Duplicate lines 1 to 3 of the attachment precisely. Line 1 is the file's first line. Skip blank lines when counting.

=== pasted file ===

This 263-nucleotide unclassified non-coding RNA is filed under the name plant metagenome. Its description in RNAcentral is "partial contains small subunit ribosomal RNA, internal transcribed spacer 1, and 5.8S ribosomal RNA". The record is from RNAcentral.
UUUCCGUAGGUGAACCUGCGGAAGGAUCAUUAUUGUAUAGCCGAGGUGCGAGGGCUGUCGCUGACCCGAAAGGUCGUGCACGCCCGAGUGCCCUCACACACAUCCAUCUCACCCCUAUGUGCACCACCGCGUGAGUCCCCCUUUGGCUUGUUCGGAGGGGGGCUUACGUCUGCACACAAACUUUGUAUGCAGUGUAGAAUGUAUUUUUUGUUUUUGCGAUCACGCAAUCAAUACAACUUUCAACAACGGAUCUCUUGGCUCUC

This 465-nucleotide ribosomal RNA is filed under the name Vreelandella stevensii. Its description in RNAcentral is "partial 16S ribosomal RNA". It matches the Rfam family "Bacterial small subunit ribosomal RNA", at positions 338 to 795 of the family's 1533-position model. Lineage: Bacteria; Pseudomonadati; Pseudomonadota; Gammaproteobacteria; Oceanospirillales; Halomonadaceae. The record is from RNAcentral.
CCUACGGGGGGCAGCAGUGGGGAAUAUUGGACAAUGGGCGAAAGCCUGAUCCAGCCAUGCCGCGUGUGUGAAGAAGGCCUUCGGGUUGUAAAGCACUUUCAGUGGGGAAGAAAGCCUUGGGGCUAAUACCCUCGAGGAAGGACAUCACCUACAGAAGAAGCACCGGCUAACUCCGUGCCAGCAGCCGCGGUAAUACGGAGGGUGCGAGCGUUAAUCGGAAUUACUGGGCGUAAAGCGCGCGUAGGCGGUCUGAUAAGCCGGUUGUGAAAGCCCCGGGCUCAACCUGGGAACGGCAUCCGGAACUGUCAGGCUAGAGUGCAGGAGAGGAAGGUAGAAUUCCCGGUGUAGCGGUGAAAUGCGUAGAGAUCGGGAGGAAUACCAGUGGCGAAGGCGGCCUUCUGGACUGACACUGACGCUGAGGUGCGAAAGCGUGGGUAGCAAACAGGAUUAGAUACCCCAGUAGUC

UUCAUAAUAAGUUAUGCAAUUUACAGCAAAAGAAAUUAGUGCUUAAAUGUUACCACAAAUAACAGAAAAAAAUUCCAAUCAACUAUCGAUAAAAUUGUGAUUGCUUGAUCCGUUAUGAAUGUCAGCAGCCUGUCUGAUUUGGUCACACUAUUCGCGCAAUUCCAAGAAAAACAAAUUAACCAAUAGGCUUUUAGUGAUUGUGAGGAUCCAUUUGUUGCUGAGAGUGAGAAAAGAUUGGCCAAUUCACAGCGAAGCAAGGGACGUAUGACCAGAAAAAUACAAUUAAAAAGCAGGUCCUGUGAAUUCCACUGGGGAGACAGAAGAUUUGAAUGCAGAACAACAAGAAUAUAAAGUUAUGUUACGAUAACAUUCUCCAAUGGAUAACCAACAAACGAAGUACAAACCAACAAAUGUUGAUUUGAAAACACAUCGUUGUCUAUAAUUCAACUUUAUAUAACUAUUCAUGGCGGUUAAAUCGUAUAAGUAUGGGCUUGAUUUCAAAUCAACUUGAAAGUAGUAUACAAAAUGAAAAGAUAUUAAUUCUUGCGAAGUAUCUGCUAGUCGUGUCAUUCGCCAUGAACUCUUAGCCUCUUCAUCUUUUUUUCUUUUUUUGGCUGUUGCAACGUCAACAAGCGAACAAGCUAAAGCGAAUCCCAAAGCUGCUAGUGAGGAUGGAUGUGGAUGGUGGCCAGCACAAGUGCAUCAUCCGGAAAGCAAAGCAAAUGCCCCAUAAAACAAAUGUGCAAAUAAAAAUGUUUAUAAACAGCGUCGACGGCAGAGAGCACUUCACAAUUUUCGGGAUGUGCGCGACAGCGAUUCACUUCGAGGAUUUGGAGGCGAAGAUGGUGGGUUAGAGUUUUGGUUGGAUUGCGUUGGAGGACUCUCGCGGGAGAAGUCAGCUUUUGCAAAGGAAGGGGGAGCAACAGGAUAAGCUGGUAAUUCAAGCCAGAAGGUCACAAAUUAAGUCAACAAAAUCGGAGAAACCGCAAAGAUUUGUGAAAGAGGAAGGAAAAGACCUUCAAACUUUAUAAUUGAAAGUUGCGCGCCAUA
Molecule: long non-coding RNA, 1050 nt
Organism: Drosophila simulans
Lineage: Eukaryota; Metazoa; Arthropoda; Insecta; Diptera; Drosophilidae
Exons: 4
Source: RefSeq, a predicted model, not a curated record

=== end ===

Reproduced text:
This 263-nucleotide unclassified non-coding RNA is filed under the name plant metagenome. Its description in RNAcentral is "partial contains small subunit ribosomal RNA, internal transcribed spacer 1, and 5.8S ribosomal RNA". The record is from RNAcentral.
UUUCCGUAGGUGAACCUGCGGAAGGAUCAUUAUUGUAUAGCCGAGGUGCGAGGGCUGUCGCUGACCCGAAAGGUCGUGCACGCCCGAGUGCCCUCACACACAUCCAUCUCACCCCUAUGUGCACCACCGCGUGAGUCCCCCUUUGGCUUGUUCGGAGGGGGGCUUACGUCUGCACACAAACUUUGUAUGCAGUGUAGAAUGUAUUUUUUGUUUUUGCGAUCACGCAAUCAAUACAACUUUCAACAACGGAUCUCUUGGCUCUC

This 465-nucleotide ribosomal RNA is filed under the name Vreelandella stevensii. Its description in RNAcentral is "partial 16S ribosomal RNA". It matches the Rfam family "Bacterial small subunit ribosomal RNA", at positions 338 to 795 of the family's 1533-position model. Lineage: Bacteria; Pseudomonadati; Pseudomonadota; Gammaproteobacteria; Oceanospirillales; Halomonadaceae. The record is from RNAcentral.